How can we teach history—or learn from it—if we can’t agree on facts? “The Last Jew in Vinnitsa” revisits the harrowing photo of that name and asks what “other perspectives” could bear upon its content. To consider such evidence, to look at it squarely and refuse to turn away, is a first step toward knowledge—whether the event it documents occurred far off or close to home. —Jody Bolz, Poetry Editor
“THE LAST JEW IN VINNITSA”
Said to be on the back of a photo found in a German soldier’s album,
these words have attached themselves to the image itself.
The man who kneels at the edge of a pit heaped
with bodies, the man who kneels at the edge of a pit
heaped with bodies—the man who kneels at the edge
of a pit heaped with bodies—is looking up
at the crowd of German soldiers watching him.
They stand like lynch-mob casuals
around their day’s achievement. Bespectacled,
a German soldier, behind the man, leans
slightly to extend a gun, trigger ready.
In the kneeling man’s lap bunches his coat,
a pile of ordinary warmth he maybe
thought he’d need. I can imagine him,
the fact of him, before this day. I don’t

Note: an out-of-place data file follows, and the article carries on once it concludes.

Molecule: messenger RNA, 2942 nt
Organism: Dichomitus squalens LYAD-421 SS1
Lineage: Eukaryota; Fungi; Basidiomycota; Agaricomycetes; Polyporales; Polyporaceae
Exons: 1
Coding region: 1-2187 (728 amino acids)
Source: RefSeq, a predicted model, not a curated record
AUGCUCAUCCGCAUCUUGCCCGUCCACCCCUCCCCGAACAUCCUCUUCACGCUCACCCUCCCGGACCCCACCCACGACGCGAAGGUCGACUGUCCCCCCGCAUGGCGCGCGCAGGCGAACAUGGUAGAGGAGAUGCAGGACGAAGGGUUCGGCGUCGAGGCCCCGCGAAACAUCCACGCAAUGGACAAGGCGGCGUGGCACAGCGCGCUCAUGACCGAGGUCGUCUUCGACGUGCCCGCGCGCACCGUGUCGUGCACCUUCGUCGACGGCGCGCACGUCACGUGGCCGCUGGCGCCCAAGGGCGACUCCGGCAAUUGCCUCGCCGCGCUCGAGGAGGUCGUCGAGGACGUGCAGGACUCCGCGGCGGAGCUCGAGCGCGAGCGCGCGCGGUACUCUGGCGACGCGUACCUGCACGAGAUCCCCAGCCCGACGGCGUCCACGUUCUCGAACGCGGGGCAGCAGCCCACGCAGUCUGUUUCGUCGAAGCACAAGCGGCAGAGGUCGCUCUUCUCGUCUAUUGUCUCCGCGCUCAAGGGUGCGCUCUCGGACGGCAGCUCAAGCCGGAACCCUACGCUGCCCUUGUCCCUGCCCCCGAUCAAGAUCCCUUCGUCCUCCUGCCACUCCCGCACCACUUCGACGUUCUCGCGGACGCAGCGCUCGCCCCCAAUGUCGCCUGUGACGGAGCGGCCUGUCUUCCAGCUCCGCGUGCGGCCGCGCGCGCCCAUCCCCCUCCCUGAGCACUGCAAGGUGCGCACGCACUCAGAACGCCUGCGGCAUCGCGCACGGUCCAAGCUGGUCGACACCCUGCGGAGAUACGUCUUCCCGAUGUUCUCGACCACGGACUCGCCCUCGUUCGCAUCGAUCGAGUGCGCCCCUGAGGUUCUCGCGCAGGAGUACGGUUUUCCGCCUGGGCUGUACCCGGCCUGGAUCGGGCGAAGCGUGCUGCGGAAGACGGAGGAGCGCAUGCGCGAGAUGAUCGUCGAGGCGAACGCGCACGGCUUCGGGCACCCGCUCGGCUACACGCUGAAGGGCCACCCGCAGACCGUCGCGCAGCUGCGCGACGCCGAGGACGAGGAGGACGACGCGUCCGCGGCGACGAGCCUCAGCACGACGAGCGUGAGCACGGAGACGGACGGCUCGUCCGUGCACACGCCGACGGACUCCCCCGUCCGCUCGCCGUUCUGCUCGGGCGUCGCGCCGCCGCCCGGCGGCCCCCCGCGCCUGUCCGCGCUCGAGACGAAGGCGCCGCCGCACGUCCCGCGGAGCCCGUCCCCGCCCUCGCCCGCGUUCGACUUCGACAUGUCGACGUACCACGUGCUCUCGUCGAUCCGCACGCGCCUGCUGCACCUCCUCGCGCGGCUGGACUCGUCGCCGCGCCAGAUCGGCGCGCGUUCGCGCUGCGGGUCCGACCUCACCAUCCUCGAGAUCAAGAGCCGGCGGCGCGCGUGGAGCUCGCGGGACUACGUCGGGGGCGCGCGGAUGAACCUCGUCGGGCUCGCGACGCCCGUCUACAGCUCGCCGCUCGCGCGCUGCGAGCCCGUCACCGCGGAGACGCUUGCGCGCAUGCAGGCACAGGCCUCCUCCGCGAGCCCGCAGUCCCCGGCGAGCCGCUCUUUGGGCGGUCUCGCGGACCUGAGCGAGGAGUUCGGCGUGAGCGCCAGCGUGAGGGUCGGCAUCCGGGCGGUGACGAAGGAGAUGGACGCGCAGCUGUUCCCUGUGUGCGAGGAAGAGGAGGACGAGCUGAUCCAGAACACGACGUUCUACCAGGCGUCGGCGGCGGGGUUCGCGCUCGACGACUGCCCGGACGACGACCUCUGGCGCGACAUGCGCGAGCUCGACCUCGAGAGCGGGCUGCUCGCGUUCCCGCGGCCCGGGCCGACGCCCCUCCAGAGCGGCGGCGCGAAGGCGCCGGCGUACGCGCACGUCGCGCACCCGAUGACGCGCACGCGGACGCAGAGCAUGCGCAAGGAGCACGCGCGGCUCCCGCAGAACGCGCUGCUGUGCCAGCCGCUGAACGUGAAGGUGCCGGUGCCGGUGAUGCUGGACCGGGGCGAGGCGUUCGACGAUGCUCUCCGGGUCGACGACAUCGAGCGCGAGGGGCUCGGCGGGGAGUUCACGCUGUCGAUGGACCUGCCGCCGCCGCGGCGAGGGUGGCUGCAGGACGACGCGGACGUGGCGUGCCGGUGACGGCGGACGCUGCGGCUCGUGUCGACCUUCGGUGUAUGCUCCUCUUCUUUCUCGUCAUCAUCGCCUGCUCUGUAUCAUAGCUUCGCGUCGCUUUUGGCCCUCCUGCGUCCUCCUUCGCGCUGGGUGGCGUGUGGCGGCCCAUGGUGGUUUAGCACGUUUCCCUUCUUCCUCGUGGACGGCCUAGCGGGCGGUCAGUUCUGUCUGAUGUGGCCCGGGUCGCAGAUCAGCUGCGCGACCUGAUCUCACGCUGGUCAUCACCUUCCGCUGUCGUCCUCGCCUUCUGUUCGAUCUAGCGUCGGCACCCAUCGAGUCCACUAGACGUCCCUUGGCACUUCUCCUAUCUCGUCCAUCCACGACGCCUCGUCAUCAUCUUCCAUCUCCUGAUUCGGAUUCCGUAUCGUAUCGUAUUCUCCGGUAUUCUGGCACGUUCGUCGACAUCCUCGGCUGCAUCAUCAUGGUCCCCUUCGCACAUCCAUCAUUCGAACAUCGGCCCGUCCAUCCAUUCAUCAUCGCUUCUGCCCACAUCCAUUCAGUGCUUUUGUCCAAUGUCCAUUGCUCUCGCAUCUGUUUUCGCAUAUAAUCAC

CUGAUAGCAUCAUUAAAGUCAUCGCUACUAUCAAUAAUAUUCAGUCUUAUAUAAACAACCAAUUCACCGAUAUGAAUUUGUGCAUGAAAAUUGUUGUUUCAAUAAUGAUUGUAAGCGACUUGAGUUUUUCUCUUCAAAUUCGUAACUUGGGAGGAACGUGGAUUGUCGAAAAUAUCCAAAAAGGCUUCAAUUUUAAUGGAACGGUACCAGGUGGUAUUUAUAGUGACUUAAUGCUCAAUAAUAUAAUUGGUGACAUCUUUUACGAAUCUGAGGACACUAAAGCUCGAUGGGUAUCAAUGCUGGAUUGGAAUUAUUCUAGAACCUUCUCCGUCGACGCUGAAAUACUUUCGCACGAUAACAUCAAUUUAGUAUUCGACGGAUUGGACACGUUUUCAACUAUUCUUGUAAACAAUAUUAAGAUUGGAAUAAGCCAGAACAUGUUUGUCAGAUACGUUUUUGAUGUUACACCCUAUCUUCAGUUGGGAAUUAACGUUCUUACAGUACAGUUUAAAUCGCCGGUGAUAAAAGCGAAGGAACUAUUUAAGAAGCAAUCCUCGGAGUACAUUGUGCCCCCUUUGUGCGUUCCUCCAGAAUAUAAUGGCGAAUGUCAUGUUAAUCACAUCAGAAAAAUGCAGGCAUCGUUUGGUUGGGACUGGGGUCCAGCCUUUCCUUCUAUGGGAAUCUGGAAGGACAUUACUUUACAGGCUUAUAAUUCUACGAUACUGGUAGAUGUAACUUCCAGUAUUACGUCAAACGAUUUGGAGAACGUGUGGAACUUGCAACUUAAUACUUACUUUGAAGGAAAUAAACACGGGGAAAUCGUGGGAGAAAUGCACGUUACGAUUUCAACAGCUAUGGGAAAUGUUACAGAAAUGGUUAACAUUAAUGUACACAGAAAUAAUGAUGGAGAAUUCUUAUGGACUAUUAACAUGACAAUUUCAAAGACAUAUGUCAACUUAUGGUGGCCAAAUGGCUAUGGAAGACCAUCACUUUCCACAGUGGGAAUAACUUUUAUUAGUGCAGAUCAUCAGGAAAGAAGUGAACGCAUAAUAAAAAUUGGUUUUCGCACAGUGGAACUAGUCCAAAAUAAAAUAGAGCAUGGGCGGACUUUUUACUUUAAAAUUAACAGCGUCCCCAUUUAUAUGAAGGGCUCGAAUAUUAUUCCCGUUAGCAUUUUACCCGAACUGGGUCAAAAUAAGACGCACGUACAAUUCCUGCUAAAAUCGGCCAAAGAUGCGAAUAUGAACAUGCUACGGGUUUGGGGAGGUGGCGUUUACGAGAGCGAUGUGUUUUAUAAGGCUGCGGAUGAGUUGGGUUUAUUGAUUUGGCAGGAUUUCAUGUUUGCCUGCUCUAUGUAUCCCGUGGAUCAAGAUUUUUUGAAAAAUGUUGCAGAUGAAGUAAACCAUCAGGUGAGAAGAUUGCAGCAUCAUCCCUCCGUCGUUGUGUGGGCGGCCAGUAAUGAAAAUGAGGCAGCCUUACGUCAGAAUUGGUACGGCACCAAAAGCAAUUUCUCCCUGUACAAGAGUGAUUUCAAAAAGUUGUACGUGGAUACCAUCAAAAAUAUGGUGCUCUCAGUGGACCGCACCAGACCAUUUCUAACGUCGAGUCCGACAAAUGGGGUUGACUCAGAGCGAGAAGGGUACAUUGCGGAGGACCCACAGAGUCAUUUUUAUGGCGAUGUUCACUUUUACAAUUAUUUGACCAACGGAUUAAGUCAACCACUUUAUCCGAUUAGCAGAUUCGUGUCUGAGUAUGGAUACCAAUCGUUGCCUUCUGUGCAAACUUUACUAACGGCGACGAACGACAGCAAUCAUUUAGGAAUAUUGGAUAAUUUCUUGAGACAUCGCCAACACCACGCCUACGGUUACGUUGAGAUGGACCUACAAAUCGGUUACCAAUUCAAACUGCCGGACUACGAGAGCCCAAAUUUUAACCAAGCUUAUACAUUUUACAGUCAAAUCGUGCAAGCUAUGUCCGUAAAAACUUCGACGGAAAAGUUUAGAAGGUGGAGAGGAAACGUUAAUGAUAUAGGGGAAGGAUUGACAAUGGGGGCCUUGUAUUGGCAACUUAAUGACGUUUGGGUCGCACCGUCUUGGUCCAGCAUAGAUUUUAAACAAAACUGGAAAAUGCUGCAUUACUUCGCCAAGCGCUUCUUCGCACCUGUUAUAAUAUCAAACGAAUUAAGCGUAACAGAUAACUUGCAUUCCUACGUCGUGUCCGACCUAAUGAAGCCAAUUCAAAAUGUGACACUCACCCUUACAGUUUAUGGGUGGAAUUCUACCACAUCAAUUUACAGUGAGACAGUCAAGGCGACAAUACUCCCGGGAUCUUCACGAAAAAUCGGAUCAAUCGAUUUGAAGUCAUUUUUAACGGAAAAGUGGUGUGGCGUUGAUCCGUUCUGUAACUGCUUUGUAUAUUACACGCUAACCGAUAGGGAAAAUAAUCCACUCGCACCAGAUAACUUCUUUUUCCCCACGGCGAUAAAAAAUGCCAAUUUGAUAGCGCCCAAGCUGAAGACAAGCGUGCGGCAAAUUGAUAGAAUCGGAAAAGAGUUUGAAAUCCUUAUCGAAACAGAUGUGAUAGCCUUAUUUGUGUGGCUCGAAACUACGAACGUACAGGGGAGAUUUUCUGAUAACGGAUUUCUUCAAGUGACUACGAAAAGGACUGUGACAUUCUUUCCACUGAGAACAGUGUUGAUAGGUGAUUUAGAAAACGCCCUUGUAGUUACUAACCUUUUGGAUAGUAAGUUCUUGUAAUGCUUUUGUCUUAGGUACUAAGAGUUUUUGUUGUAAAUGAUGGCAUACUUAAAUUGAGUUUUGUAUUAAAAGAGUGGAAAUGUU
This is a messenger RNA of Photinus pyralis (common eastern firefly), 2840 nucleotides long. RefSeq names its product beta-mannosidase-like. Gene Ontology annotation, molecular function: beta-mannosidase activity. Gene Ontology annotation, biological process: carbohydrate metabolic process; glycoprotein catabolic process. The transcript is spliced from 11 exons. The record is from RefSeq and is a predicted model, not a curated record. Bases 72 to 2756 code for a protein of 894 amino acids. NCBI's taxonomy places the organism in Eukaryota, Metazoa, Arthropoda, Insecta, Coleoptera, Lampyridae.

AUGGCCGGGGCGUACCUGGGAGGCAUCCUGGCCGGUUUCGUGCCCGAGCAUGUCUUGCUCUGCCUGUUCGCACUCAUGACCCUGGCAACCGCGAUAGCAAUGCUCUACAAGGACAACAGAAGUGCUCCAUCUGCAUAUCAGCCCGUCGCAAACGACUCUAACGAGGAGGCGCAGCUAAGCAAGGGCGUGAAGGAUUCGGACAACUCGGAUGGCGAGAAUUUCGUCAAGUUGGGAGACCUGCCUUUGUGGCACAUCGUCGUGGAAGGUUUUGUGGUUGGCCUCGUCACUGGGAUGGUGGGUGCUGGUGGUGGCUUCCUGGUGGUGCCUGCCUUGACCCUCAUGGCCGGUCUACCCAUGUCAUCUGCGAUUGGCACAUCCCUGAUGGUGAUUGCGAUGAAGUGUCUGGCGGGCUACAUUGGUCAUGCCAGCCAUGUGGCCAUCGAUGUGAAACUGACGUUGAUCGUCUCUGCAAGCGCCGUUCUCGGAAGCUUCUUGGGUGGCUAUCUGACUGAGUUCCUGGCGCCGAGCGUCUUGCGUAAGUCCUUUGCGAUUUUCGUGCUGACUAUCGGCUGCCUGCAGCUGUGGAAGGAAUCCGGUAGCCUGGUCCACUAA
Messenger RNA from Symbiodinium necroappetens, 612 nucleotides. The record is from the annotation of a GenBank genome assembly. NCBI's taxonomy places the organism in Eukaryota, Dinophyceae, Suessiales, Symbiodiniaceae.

have to imagine this photo—
I’ll give them
their own opinions, not their own facts,
the Senator said. And yet, a pliant official,
telling Texan teachers about new law,
advises, If you assign a book about
the Holocaust, also assign “one
that has opposing…other perspectives.”
But what “perspective” beside this view across
the pit where a second soldier stood
to click his shutter a moment before the killing
shot? Did that soldier bring his exposed
film to a shop and later spread his snaps
across a tabletop to scrawl his slanted
notes on their backs? Perhaps. No one now
can say, but the photo of that name still frames
the fact: a thin man, hair rumpled,
collar buttoned, hands clenched, who, kneeling
on the edge, briefly watched the German soldiers
standing around his almost slaughtered town.
Sandy Solomon is writer in residence in creative writing at Vanderbilt University. Her poems have appeared in a number of magazines, most recently The New Yorker. Her book, Pears, Lake, Sun, won the Agnes Lynch Starrett Prize.
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